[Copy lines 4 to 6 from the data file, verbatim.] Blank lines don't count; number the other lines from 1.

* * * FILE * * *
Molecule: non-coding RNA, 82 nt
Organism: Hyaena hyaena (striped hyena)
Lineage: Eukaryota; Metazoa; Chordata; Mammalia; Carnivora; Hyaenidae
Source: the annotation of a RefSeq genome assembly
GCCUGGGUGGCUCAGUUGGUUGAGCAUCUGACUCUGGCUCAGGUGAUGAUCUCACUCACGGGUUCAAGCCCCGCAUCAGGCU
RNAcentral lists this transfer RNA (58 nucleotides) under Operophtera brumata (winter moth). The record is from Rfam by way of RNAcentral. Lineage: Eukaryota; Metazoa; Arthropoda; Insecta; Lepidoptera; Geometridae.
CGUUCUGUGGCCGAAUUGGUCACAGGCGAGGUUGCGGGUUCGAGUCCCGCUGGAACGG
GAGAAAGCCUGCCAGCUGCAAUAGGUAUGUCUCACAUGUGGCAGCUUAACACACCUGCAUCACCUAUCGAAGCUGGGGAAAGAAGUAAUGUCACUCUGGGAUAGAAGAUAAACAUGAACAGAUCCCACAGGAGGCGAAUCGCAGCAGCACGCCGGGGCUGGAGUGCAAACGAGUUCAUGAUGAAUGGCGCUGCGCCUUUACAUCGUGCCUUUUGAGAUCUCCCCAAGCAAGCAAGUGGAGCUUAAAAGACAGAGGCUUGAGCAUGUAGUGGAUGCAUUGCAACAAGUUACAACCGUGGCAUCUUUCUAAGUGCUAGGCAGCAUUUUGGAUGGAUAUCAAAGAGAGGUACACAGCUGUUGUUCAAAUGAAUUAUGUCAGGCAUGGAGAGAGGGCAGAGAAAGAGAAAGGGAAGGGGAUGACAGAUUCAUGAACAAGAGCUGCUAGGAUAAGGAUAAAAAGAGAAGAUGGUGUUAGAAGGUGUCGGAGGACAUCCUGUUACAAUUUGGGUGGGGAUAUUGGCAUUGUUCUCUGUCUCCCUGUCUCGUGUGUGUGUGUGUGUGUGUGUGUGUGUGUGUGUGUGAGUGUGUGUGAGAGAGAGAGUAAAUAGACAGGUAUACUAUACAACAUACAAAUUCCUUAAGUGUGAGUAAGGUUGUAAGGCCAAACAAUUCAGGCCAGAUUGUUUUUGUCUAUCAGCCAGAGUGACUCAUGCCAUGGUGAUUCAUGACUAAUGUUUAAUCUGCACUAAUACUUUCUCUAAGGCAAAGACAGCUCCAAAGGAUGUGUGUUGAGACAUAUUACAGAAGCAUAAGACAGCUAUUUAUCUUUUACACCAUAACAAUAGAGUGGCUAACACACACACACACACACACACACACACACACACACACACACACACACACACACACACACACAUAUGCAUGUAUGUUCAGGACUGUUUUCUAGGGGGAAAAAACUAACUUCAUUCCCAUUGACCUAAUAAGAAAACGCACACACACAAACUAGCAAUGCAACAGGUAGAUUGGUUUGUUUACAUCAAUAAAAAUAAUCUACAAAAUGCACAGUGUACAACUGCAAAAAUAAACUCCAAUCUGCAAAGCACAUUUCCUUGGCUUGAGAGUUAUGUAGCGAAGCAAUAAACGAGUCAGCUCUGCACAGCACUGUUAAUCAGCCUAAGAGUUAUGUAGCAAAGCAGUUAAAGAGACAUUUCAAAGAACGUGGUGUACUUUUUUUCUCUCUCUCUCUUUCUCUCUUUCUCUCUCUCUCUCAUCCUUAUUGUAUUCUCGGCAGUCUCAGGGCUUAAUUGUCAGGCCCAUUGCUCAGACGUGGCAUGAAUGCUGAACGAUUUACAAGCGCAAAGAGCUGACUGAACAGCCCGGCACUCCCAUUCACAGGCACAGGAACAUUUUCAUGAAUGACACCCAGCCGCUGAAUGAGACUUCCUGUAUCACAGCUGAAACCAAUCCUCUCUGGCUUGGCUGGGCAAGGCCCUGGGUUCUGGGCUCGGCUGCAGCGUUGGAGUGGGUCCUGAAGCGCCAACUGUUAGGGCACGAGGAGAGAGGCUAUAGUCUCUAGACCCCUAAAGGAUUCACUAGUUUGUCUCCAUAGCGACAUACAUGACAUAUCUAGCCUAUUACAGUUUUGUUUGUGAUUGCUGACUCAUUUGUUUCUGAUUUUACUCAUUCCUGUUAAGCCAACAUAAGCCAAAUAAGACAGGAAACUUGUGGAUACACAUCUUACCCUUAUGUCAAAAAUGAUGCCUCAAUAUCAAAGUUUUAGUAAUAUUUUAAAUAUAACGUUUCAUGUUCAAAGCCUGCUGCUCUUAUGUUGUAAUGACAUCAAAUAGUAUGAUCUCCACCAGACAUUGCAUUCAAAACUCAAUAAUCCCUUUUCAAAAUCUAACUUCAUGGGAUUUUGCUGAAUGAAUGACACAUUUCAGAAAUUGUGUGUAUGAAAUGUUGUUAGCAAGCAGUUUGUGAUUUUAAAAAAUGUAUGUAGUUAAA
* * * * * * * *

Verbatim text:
Source: the annotation of a RefSeq genome assembly
GCCUGGGUGGCUCAGUUGGUUGAGCAUCUGACUCUGGCUCAGGUGAUGAUCUCACUCACGGGUUCAAGCCCCGCAUCAGGCU
RNAcentral lists this transfer RNA (58 nucleotides) under Operophtera brumata (winter moth). The record is from Rfam by way of RNAcentral. Lineage: Eukaryota; Metazoa; Arthropoda; Insecta; Lepidoptera; Geometridae.